Thursday, July 22, 2004

Lost in Translation

I splurged the other day and bought a digital camcorder. The excuse is that I'm going to church girls' camp tomorrow to record and preserve forever the Pioneer Day program that Linda, C and I have been working on for close to two months now. Linda and I wrote, compiled and edited it. C has been working many hours on finding the right images to go with the words and music. Linda and I have been working with the girls for the music part of it -- teaching them the songs, the harmonies; and directing the narrators in the timing of the spoken word -- to match the music as required and all that other fun stuff.

It's been a lot of work and effort, and it seems a shame that it should get performed once in front of an audience of the girls' peers, then never looked at again. It's only right that it be recorded.

It was not a small financial investment, though I did not purchase a very expensive camcorder. After buying a tripod, memory card (it takes digital photos, too!), UV filter, tapes and the 4-year extended warranty, well, let's just say that I'd better get a lot of use out of it. I don't actually anticipate that being a problem. After all, this is what I did and loved in college -- shot and edited moving images. I was really good at it, too. It'll be fun to have an excuse to get back into that.

Since tomorrow is the day of the big performance, it doesn't really give me a lot of time to practice. I have to get it right on the first shot. Retent that I am, I've been perusing the instruction manual this morning. The first item that tipped me off to the fact that this was not originally written in English was this:

"Connect the DC cable to the DC jack socket of the camcorder. (When the battery is attached on the set, you should keep outside the projection of the DC cable.")

Huh? Go ahead, read it again. I'll wait.

Yup, that's really what it says. What does it mean? I dunno. I read it three times, thinking that I wasn't concentrating or focusing enough. It's just poorly translated.

Here are some other translation gems for your enjoyment:

"The PHOTO function lets you capture an object as a still along with sound, while in Camera mode." Sounds exciting. I wonder what types of objects I can capture? The flag?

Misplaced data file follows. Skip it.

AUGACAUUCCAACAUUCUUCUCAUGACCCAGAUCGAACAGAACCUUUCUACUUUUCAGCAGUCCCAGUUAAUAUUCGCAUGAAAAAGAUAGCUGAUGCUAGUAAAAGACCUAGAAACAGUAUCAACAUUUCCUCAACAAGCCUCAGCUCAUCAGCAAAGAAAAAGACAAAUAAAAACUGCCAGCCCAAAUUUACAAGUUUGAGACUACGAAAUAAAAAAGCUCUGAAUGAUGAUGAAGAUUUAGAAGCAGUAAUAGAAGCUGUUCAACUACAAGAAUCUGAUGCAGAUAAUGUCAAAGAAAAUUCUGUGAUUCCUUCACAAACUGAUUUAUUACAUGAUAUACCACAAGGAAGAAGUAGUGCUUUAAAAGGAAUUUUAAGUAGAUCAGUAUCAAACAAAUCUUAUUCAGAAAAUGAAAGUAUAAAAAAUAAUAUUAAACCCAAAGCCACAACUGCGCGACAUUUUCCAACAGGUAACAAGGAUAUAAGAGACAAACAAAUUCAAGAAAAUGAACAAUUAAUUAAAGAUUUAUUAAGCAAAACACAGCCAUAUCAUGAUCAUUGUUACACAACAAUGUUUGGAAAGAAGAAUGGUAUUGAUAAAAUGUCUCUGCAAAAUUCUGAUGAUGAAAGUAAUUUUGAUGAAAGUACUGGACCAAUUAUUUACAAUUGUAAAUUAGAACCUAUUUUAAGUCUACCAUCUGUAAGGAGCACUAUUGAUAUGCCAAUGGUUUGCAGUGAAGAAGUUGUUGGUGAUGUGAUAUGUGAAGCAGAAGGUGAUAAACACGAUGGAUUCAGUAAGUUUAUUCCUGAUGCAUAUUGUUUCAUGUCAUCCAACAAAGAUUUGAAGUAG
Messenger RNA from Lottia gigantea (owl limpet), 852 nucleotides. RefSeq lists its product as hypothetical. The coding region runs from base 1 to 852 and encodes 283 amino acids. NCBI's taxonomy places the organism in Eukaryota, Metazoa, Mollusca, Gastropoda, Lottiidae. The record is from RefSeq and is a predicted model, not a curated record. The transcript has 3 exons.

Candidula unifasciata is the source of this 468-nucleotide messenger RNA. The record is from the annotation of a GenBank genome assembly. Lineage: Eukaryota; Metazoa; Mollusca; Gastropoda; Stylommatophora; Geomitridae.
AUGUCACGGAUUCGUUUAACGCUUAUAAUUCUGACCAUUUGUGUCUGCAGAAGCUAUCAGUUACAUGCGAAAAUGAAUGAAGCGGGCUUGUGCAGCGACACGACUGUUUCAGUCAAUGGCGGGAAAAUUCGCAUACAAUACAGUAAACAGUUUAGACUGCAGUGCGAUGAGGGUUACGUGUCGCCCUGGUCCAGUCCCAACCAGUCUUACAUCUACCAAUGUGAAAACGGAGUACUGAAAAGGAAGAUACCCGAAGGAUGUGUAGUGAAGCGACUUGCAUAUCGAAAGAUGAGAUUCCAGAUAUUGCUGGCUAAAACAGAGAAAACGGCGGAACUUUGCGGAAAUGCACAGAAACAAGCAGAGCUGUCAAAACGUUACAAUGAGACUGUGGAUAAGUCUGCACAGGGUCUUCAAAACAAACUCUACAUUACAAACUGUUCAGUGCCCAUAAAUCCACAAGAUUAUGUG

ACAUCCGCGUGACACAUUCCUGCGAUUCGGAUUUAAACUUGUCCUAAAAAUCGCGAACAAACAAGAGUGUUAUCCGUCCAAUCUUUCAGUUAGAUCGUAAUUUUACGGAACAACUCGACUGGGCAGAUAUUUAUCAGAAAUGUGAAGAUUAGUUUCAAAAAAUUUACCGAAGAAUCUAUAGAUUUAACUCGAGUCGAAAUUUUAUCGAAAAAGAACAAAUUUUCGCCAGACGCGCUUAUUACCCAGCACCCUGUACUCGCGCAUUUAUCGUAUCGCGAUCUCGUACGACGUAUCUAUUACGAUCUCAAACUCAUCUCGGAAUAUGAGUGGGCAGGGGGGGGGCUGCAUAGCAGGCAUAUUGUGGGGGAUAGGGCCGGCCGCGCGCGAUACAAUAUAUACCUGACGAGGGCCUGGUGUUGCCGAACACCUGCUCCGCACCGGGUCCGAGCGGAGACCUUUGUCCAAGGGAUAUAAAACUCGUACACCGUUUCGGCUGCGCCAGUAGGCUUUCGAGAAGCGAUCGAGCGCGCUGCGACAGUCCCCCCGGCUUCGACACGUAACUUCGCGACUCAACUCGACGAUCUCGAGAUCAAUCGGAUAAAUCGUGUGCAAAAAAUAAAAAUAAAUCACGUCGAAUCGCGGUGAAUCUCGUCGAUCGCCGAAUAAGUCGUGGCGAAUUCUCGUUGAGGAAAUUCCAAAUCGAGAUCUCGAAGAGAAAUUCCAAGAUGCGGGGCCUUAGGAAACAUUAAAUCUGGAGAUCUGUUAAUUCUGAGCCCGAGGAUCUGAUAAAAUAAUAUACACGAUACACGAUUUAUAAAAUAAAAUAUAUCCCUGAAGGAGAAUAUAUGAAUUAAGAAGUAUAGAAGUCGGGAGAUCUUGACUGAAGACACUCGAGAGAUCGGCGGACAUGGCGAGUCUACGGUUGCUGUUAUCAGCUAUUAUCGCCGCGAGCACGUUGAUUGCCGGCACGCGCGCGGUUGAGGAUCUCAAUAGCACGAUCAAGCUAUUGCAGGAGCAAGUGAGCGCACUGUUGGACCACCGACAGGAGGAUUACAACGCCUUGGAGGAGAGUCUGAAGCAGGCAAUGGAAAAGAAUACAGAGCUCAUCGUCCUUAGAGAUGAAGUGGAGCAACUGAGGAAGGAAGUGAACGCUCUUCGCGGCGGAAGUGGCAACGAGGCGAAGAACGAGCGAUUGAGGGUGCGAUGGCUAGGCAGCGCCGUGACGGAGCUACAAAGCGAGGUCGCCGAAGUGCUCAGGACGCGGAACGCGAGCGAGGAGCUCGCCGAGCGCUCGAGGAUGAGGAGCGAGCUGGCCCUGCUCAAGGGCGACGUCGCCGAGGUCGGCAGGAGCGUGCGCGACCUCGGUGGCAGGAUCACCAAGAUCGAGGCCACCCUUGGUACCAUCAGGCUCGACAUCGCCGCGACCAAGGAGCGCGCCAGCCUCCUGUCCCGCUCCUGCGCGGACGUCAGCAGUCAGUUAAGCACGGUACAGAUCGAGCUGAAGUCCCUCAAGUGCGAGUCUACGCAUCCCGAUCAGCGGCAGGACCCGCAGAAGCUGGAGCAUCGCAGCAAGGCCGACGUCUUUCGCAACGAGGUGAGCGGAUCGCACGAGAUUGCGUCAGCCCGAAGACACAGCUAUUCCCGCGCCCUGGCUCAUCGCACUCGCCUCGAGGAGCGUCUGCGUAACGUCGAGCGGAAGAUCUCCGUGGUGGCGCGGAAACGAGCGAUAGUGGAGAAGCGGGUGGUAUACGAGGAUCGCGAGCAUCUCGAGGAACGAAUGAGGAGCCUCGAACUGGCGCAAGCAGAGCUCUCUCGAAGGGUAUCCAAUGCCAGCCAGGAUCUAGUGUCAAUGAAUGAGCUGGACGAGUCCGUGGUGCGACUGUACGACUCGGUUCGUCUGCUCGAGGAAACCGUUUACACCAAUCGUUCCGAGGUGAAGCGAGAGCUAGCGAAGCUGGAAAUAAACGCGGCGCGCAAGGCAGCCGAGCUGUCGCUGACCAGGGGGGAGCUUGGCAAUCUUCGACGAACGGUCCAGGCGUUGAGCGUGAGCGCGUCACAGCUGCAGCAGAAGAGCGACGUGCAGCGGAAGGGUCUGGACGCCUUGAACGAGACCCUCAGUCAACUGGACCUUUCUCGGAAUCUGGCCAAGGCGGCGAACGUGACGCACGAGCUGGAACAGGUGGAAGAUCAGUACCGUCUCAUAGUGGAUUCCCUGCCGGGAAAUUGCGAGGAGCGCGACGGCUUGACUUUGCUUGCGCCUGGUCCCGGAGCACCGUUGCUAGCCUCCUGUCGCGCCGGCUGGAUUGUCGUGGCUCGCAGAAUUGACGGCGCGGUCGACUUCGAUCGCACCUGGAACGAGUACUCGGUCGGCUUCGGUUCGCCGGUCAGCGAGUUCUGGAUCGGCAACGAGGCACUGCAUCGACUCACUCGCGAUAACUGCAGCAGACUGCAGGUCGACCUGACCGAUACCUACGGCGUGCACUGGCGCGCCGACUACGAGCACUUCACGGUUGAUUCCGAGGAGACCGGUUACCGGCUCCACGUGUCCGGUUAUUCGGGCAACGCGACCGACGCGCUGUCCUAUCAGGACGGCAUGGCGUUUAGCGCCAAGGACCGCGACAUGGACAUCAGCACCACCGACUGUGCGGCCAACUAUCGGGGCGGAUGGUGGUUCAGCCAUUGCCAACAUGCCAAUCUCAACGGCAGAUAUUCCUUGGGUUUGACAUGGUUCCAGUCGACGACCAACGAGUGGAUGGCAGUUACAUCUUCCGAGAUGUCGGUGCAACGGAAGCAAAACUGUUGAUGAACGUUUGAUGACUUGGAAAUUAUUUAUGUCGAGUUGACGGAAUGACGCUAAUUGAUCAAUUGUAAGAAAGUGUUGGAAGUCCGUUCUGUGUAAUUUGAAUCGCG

Everytime it says something about inserting things such as a battery or a tape into the unit, it says "...until you hear a 'click.'" I love that. It makes me think the camcorder is going to start talking to me. "Click. Click, Laura, CLICK! I'm ready!"

"You can record 10 ~ 20 seconds continuously in once by the recording object."

"The file that you recorded are saved in a following folder." It never says which folder, by the way.

"While you record in Memory Card, don't eject it or it might break the data on the Memory Card." I had no idea data could be broken! I knew it could be bad, but broken?

This one is great: "Dust and other foreign material can cause square-shaped noise." Did you know that noises have shapes? Visually? To the human eye?

"You can use your camcorder in any country." Good to know. Thanks.

"You can make recordings with your camcorder and view pictures on the LCD from anywhere in the world." Phew. Because I thought, you know, the LCD viewer might not work in Mexico. I don't think it will work in Mexico if I'm in the United States, which maybe they should have specified.

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In other news, I am taking an on-line writing class. It just started yesterday. The first thing we were supposed to do was to post in the discussion area an introduction and a reason we're taking the class. Here's my introduction: "I live in Burbank, California with my roommate Linda who's also my best friend, and my two (and her one) fart-monkey cats. They are hairy and lovable and loving and obnoxious and frustrating and I love them. The cats. The roommate, she is not so hairy."

The instructor dryly responded, "Already your humor shines through, Laura." Yay! Mission accomplished.

Seriously, I'm looking forward to the opportunity to become familiar with different methods of writing motivation, as well as having my work critiqued and reviewed. This also means I'll probably be posting a lot of those assignments here. Consider yourselves forewarned.

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What I'm Reading, or will be soon, as soon as I'm done with the current batch of library books: "Rachel and Leah: Women of Genesis," by Orson Scott Card. This is the third in a series about women in the book of Genesis. First there was Sarah, then Rebekkah, now these two. He also did one about Moses. It's fun to read these because of the character development about people we know about but don't really know.

Best Movie I've Seen Lately: "King Arthur." I have been interested in the Arthurian legend for as long as I care to remember, and I love it because of the high fantasy legends, but also because there's a good chance that this guy actually existed. He probably didn't do all the things we romanticize him for, and he certainly didn't do them during Medieval times as is so often portrayed. This movie takes the fantasy aspect away from the story, and lets the legend live in the time he probabaly did -- 200 or 300 A.D.; just as the Romans are leaving Breton after centuries of occupation. It's very historically based, and thoroughly enjoyable.

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